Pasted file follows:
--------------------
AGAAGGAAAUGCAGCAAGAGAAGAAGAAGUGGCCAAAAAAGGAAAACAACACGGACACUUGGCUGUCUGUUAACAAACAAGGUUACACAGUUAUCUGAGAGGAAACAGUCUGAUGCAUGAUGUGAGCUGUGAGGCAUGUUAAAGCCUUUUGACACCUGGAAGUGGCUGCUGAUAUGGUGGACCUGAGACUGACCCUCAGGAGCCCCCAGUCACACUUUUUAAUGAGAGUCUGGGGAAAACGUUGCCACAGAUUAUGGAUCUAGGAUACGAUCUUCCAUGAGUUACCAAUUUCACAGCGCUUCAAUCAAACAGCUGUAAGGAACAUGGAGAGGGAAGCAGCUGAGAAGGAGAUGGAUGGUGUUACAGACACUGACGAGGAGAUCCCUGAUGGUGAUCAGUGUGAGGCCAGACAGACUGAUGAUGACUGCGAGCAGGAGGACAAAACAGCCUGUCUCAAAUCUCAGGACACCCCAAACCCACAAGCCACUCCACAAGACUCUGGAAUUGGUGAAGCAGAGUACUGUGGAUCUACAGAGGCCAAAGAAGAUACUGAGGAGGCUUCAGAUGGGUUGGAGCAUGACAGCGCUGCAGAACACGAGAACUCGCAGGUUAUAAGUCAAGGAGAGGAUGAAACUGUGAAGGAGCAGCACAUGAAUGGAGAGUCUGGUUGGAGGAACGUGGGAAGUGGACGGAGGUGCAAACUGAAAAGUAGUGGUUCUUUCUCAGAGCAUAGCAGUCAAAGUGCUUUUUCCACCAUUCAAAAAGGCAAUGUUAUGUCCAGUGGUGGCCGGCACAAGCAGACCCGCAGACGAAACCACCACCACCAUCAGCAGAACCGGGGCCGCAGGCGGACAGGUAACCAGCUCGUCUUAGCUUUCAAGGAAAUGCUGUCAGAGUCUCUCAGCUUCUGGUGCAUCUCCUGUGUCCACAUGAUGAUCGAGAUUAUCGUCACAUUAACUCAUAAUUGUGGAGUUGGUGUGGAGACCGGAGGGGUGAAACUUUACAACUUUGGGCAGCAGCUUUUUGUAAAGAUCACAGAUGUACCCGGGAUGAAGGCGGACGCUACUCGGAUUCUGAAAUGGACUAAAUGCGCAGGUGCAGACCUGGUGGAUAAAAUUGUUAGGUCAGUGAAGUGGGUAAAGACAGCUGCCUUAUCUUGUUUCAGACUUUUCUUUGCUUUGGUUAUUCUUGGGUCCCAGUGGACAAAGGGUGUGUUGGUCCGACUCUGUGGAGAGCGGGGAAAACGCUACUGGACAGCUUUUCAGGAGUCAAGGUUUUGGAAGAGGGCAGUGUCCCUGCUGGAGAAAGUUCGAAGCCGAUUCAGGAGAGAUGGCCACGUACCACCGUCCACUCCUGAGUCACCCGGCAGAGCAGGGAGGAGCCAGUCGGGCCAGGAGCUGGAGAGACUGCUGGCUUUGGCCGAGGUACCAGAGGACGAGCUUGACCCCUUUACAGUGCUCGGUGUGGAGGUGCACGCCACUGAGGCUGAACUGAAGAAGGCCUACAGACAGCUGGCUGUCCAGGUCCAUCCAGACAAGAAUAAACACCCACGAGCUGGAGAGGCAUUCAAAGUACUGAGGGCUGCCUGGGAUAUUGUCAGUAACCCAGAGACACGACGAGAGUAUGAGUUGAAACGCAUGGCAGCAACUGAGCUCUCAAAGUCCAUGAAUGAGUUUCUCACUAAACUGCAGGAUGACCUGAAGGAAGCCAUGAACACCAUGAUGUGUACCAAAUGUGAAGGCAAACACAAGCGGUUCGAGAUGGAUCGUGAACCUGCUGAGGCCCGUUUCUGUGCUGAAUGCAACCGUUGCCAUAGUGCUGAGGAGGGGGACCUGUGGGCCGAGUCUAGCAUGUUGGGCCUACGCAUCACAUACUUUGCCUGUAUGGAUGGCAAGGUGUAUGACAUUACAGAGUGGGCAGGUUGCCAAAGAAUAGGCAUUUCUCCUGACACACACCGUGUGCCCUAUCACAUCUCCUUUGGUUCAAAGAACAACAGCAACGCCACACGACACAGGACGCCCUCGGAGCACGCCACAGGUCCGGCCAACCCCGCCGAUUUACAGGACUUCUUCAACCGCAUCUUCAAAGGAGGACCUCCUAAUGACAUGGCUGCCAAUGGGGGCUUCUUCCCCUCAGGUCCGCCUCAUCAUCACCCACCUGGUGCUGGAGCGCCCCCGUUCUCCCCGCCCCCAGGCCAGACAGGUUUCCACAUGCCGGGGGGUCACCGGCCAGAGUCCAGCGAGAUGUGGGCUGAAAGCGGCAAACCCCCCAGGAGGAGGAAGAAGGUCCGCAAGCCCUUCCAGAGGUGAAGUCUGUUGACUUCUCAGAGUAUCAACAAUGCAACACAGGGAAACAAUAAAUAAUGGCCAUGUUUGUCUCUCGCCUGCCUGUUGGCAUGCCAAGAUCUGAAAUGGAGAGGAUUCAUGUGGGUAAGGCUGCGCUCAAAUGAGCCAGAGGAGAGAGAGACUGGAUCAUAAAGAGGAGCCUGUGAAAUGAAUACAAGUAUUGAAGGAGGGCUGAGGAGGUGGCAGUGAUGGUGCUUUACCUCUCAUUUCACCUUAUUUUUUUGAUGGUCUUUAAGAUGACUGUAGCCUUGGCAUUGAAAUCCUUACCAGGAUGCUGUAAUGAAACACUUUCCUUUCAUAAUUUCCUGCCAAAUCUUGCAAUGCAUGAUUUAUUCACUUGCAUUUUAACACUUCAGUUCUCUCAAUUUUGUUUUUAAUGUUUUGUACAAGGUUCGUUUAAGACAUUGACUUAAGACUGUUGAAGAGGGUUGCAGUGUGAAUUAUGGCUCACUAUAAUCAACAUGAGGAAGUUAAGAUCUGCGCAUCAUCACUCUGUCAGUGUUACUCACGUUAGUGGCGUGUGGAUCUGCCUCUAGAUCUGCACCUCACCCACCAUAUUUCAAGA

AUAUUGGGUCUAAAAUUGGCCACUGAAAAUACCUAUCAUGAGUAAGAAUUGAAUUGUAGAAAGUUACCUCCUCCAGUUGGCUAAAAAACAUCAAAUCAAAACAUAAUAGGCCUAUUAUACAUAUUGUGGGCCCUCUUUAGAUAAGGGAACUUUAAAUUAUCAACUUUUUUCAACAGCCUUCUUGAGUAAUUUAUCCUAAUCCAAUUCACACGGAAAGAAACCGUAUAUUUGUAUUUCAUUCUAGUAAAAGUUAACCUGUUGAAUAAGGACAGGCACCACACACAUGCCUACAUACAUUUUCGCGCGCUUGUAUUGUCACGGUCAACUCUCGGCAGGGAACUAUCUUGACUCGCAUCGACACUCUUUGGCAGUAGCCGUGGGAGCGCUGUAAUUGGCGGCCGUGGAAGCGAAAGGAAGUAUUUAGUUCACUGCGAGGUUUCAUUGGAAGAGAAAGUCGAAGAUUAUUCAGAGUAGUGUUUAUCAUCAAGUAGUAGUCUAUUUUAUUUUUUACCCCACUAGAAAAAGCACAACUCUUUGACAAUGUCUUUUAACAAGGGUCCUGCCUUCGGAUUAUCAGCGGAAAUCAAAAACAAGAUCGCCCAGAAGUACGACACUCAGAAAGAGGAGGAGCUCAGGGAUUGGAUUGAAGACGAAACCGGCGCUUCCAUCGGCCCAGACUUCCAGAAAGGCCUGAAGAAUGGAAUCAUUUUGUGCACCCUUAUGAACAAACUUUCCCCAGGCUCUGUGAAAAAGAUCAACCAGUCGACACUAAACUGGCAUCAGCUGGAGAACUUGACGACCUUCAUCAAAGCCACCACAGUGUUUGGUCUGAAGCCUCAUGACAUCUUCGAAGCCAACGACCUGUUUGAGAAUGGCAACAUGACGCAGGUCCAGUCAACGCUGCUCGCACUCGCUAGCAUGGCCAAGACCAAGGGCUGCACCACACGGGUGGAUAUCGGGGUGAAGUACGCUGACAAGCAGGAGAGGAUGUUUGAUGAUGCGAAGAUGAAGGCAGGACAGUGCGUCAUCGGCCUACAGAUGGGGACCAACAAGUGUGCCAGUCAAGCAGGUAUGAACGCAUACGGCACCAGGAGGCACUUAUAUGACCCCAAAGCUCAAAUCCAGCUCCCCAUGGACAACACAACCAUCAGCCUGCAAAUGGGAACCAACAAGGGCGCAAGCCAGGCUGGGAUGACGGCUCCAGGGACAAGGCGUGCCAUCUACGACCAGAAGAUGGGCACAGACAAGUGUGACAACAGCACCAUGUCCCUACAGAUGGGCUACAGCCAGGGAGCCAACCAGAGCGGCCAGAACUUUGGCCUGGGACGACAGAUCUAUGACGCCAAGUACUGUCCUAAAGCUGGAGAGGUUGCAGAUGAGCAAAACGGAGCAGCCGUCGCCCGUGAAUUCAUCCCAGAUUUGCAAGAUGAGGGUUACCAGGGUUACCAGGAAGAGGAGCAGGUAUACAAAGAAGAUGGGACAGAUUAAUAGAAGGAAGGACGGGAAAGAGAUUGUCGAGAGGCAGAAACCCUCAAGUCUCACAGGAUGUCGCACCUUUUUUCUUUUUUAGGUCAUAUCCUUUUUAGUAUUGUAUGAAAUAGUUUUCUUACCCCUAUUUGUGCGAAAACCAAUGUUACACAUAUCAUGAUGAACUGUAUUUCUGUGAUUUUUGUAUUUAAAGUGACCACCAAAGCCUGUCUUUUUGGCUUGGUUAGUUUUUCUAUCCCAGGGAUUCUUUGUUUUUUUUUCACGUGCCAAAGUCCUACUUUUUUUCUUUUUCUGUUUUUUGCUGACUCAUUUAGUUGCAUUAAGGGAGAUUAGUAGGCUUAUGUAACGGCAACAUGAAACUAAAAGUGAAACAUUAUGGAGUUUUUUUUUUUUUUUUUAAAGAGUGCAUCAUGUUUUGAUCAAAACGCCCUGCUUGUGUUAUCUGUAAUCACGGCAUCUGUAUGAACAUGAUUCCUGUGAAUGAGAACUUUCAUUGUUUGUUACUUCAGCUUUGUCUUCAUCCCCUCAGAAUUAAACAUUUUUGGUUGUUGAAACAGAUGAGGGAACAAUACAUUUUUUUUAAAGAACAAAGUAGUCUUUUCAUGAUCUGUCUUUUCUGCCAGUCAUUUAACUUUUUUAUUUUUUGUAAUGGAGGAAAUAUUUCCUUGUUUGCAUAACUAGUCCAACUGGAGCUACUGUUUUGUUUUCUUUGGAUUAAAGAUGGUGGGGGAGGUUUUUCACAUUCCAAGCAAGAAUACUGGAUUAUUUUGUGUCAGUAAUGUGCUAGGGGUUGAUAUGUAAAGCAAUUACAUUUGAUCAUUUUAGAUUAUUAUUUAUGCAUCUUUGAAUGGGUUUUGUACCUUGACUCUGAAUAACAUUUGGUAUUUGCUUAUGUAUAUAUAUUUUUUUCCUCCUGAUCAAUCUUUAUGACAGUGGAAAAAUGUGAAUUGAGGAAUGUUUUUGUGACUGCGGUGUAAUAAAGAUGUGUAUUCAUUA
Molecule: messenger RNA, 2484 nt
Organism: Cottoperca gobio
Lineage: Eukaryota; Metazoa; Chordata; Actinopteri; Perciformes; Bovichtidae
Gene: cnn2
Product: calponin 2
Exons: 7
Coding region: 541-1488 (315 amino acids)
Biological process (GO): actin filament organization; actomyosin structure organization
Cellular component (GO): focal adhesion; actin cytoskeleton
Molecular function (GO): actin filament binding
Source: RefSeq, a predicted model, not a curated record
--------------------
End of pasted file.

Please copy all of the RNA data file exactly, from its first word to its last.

AGAAGGAAAUGCAGCAAGAGAAGAAGAAGUGGCCAAAAAAGGAAAACAACACGGACACUUGGCUGUCUGUUAACAAACAAGGUUACACAGUUAUCUGAGAGGAAACAGUCUGAUGCAUGAUGUGAGCUGUGAGGCAUGUUAAAGCCUUUUGACACCUGGAAGUGGCUGCUGAUAUGGUGGACCUGAGACUGACCCUCAGGAGCCCCCAGUCACACUUUUUAAUGAGAGUCUGGGGAAAACGUUGCCACAGAUUAUGGAUCUAGGAUACGAUCUUCCAUGAGUUACCAAUUUCACAGCGCUUCAAUCAAACAGCUGUAAGGAACAUGGAGAGGGAAGCAGCUGAGAAGGAGAUGGAUGGUGUUACAGACACUGACGAGGAGAUCCCUGAUGGUGAUCAGUGUGAGGCCAGACAGACUGAUGAUGACUGCGAGCAGGAGGACAAAACAGCCUGUCUCAAAUCUCAGGACACCCCAAACCCACAAGCCACUCCACAAGACUCUGGAAUUGGUGAAGCAGAGUACUGUGGAUCUACAGAGGCCAAAGAAGAUACUGAGGAGGCUUCAGAUGGGUUGGAGCAUGACAGCGCUGCAGAACACGAGAACUCGCAGGUUAUAAGUCAAGGAGAGGAUGAAACUGUGAAGGAGCAGCACAUGAAUGGAGAGUCUGGUUGGAGGAACGUGGGAAGUGGACGGAGGUGCAAACUGAAAAGUAGUGGUUCUUUCUCAGAGCAUAGCAGUCAAAGUGCUUUUUCCACCAUUCAAAAAGGCAAUGUUAUGUCCAGUGGUGGCCGGCACAAGCAGACCCGCAGACGAAACCACCACCACCAUCAGCAGAACCGGGGCCGCAGGCGGACAGGUAACCAGCUCGUCUUAGCUUUCAAGGAAAUGCUGUCAGAGUCUCUCAGCUUCUGGUGCAUCUCCUGUGUCCACAUGAUGAUCGAGAUUAUCGUCACAUUAACUCAUAAUUGUGGAGUUGGUGUGGAGACCGGAGGGGUGAAACUUUACAACUUUGGGCAGCAGCUUUUUGUAAAGAUCACAGAUGUACCCGGGAUGAAGGCGGACGCUACUCGGAUUCUGAAAUGGACUAAAUGCGCAGGUGCAGACCUGGUGGAUAAAAUUGUUAGGUCAGUGAAGUGGGUAAAGACAGCUGCCUUAUCUUGUUUCAGACUUUUCUUUGCUUUGGUUAUUCUUGGGUCCCAGUGGACAAAGGGUGUGUUGGUCCGACUCUGUGGAGAGCGGGGAAAACGCUACUGGACAGCUUUUCAGGAGUCAAGGUUUUGGAAGAGGGCAGUGUCCCUGCUGGAGAAAGUUCGAAGCCGAUUCAGGAGAGAUGGCCACGUACCACCGUCCACUCCUGAGUCACCCGGCAGAGCAGGGAGGAGCCAGUCGGGCCAGGAGCUGGAGAGACUGCUGGCUUUGGCCGAGGUACCAGAGGACGAGCUUGACCCCUUUACAGUGCUCGGUGUGGAGGUGCACGCCACUGAGGCUGAACUGAAGAAGGCCUACAGACAGCUGGCUGUCCAGGUCCAUCCAGACAAGAAUAAACACCCACGAGCUGGAGAGGCAUUCAAAGUACUGAGGGCUGCCUGGGAUAUUGUCAGUAACCCAGAGACACGACGAGAGUAUGAGUUGAAACGCAUGGCAGCAACUGAGCUCUCAAAGUCCAUGAAUGAGUUUCUCACUAAACUGCAGGAUGACCUGAAGGAAGCCAUGAACACCAUGAUGUGUACCAAAUGUGAAGGCAAACACAAGCGGUUCGAGAUGGAUCGUGAACCUGCUGAGGCCCGUUUCUGUGCUGAAUGCAACCGUUGCCAUAGUGCUGAGGAGGGGGACCUGUGGGCCGAGUCUAGCAUGUUGGGCCUACGCAUCACAUACUUUGCCUGUAUGGAUGGCAAGGUGUAUGACAUUACAGAGUGGGCAGGUUGCCAAAGAAUAGGCAUUUCUCCUGACACACACCGUGUGCCCUAUCACAUCUCCUUUGGUUCAAAGAACAACAGCAACGCCACACGACACAGGACGCCCUCGGAGCACGCCACAGGUCCGGCCAACCCCGCCGAUUUACAGGACUUCUUCAACCGCAUCUUCAAAGGAGGACCUCCUAAUGACAUGGCUGCCAAUGGGGGCUUCUUCCCCUCAGGUCCGCCUCAUCAUCACCCACCUGGUGCUGGAGCGCCCCCGUUCUCCCCGCCCCCAGGCCAGACAGGUUUCCACAUGCCGGGGGGUCACCGGCCAGAGUCCAGCGAGAUGUGGGCUGAAAGCGGCAAACCCCCCAGGAGGAGGAAGAAGGUCCGCAAGCCCUUCCAGAGGUGAAGUCUGUUGACUUCUCAGAGUAUCAACAAUGCAACACAGGGAAACAAUAAAUAAUGGCCAUGUUUGUCUCUCGCCUGCCUGUUGGCAUGCCAAGAUCUGAAAUGGAGAGGAUUCAUGUGGGUAAGGCUGCGCUCAAAUGAGCCAGAGGAGAGAGAGACUGGAUCAUAAAGAGGAGCCUGUGAAAUGAAUACAAGUAUUGAAGGAGGGCUGAGGAGGUGGCAGUGAUGGUGCUUUACCUCUCAUUUCACCUUAUUUUUUUGAUGGUCUUUAAGAUGACUGUAGCCUUGGCAUUGAAAUCCUUACCAGGAUGCUGUAAUGAAACACUUUCCUUUCAUAAUUUCCUGCCAAAUCUUGCAAUGCAUGAUUUAUUCACUUGCAUUUUAACACUUCAGUUCUCUCAAUUUUGUUUUUAAUGUUUUGUACAAGGUUCGUUUAAGACAUUGACUUAAGACUGUUGAAGAGGGUUGCAGUGUGAAUUAUGGCUCACUAUAAUCAACAUGAGGAAGUUAAGAUCUGCGCAUCAUCACUCUGUCAGUGUUACUCACGUUAGUGGCGUGUGGAUCUGCCUCUAGAUCUGCACCUCACCCACCAUAUUUCAAGA

AUAUUGGGUCUAAAAUUGGCCACUGAAAAUACCUAUCAUGAGUAAGAAUUGAAUUGUAGAAAGUUACCUCCUCCAGUUGGCUAAAAAACAUCAAAUCAAAACAUAAUAGGCCUAUUAUACAUAUUGUGGGCCCUCUUUAGAUAAGGGAACUUUAAAUUAUCAACUUUUUUCAACAGCCUUCUUGAGUAAUUUAUCCUAAUCCAAUUCACACGGAAAGAAACCGUAUAUUUGUAUUUCAUUCUAGUAAAAGUUAACCUGUUGAAUAAGGACAGGCACCACACACAUGCCUACAUACAUUUUCGCGCGCUUGUAUUGUCACGGUCAACUCUCGGCAGGGAACUAUCUUGACUCGCAUCGACACUCUUUGGCAGUAGCCGUGGGAGCGCUGUAAUUGGCGGCCGUGGAAGCGAAAGGAAGUAUUUAGUUCACUGCGAGGUUUCAUUGGAAGAGAAAGUCGAAGAUUAUUCAGAGUAGUGUUUAUCAUCAAGUAGUAGUCUAUUUUAUUUUUUACCCCACUAGAAAAAGCACAACUCUUUGACAAUGUCUUUUAACAAGGGUCCUGCCUUCGGAUUAUCAGCGGAAAUCAAAAACAAGAUCGCCCAGAAGUACGACACUCAGAAAGAGGAGGAGCUCAGGGAUUGGAUUGAAGACGAAACCGGCGCUUCCAUCGGCCCAGACUUCCAGAAAGGCCUGAAGAAUGGAAUCAUUUUGUGCACCCUUAUGAACAAACUUUCCCCAGGCUCUGUGAAAAAGAUCAACCAGUCGACACUAAACUGGCAUCAGCUGGAGAACUUGACGACCUUCAUCAAAGCCACCACAGUGUUUGGUCUGAAGCCUCAUGACAUCUUCGAAGCCAACGACCUGUUUGAGAAUGGCAACAUGACGCAGGUCCAGUCAACGCUGCUCGCACUCGCUAGCAUGGCCAAGACCAAGGGCUGCACCACACGGGUGGAUAUCGGGGUGAAGUACGCUGACAAGCAGGAGAGGAUGUUUGAUGAUGCGAAGAUGAAGGCAGGACAGUGCGUCAUCGGCCUACAGAUGGGGACCAACAAGUGUGCCAGUCAAGCAGGUAUGAACGCAUACGGCACCAGGAGGCACUUAUAUGACCCCAAAGCUCAAAUCCAGCUCCCCAUGGACAACACAACCAUCAGCCUGCAAAUGGGAACCAACAAGGGCGCAAGCCAGGCUGGGAUGACGGCUCCAGGGACAAGGCGUGCCAUCUACGACCAGAAGAUGGGCACAGACAAGUGUGACAACAGCACCAUGUCCCUACAGAUGGGCUACAGCCAGGGAGCCAACCAGAGCGGCCAGAACUUUGGCCUGGGACGACAGAUCUAUGACGCCAAGUACUGUCCUAAAGCUGGAGAGGUUGCAGAUGAGCAAAACGGAGCAGCCGUCGCCCGUGAAUUCAUCCCAGAUUUGCAAGAUGAGGGUUACCAGGGUUACCAGGAAGAGGAGCAGGUAUACAAAGAAGAUGGGACAGAUUAAUAGAAGGAAGGACGGGAAAGAGAUUGUCGAGAGGCAGAAACCCUCAAGUCUCACAGGAUGUCGCACCUUUUUUCUUUUUUAGGUCAUAUCCUUUUUAGUAUUGUAUGAAAUAGUUUUCUUACCCCUAUUUGUGCGAAAACCAAUGUUACACAUAUCAUGAUGAACUGUAUUUCUGUGAUUUUUGUAUUUAAAGUGACCACCAAAGCCUGUCUUUUUGGCUUGGUUAGUUUUUCUAUCCCAGGGAUUCUUUGUUUUUUUUUCACGUGCCAAAGUCCUACUUUUUUUCUUUUUCUGUUUUUUGCUGACUCAUUUAGUUGCAUUAAGGGAGAUUAGUAGGCUUAUGUAACGGCAACAUGAAACUAAAAGUGAAACAUUAUGGAGUUUUUUUUUUUUUUUUUAAAGAGUGCAUCAUGUUUUGAUCAAAACGCCCUGCUUGUGUUAUCUGUAAUCACGGCAUCUGUAUGAACAUGAUUCCUGUGAAUGAGAACUUUCAUUGUUUGUUACUUCAGCUUUGUCUUCAUCCCCUCAGAAUUAAACAUUUUUGGUUGUUGAAACAGAUGAGGGAACAAUACAUUUUUUUUAAAGAACAAAGUAGUCUUUUCAUGAUCUGUCUUUUCUGCCAGUCAUUUAACUUUUUUAUUUUUUGUAAUGGAGGAAAUAUUUCCUUGUUUGCAUAACUAGUCCAACUGGAGCUACUGUUUUGUUUUCUUUGGAUUAAAGAUGGUGGGGGAGGUUUUUCACAUUCCAAGCAAGAAUACUGGAUUAUUUUGUGUCAGUAAUGUGCUAGGGGUUGAUAUGUAAAGCAAUUACAUUUGAUCAUUUUAGAUUAUUAUUUAUGCAUCUUUGAAUGGGUUUUGUACCUUGACUCUGAAUAACAUUUGGUAUUUGCUUAUGUAUAUAUAUUUUUUUCCUCCUGAUCAAUCUUUAUGACAGUGGAAAAAUGUGAAUUGAGGAAUGUUUUUGUGACUGCGGUGUAAUAAAGAUGUGUAUUCAUUA
Molecule: messenger RNA, 2484 nt
Organism: Cottoperca gobio
Lineage: Eukaryota; Metazoa; Chordata; Actinopteri; Perciformes; Bovichtidae
Gene: cnn2
Product: calponin 2
Exons: 7
Coding region: 541-1488 (315 amino acids)
Biological process (GO): actin filament organization; actomyosin structure organization
Cellular component (GO): focal adhesion; actin cytoskeleton
Molecular function (GO): actin filament binding
Source: RefSeq, a predicted model, not a curated record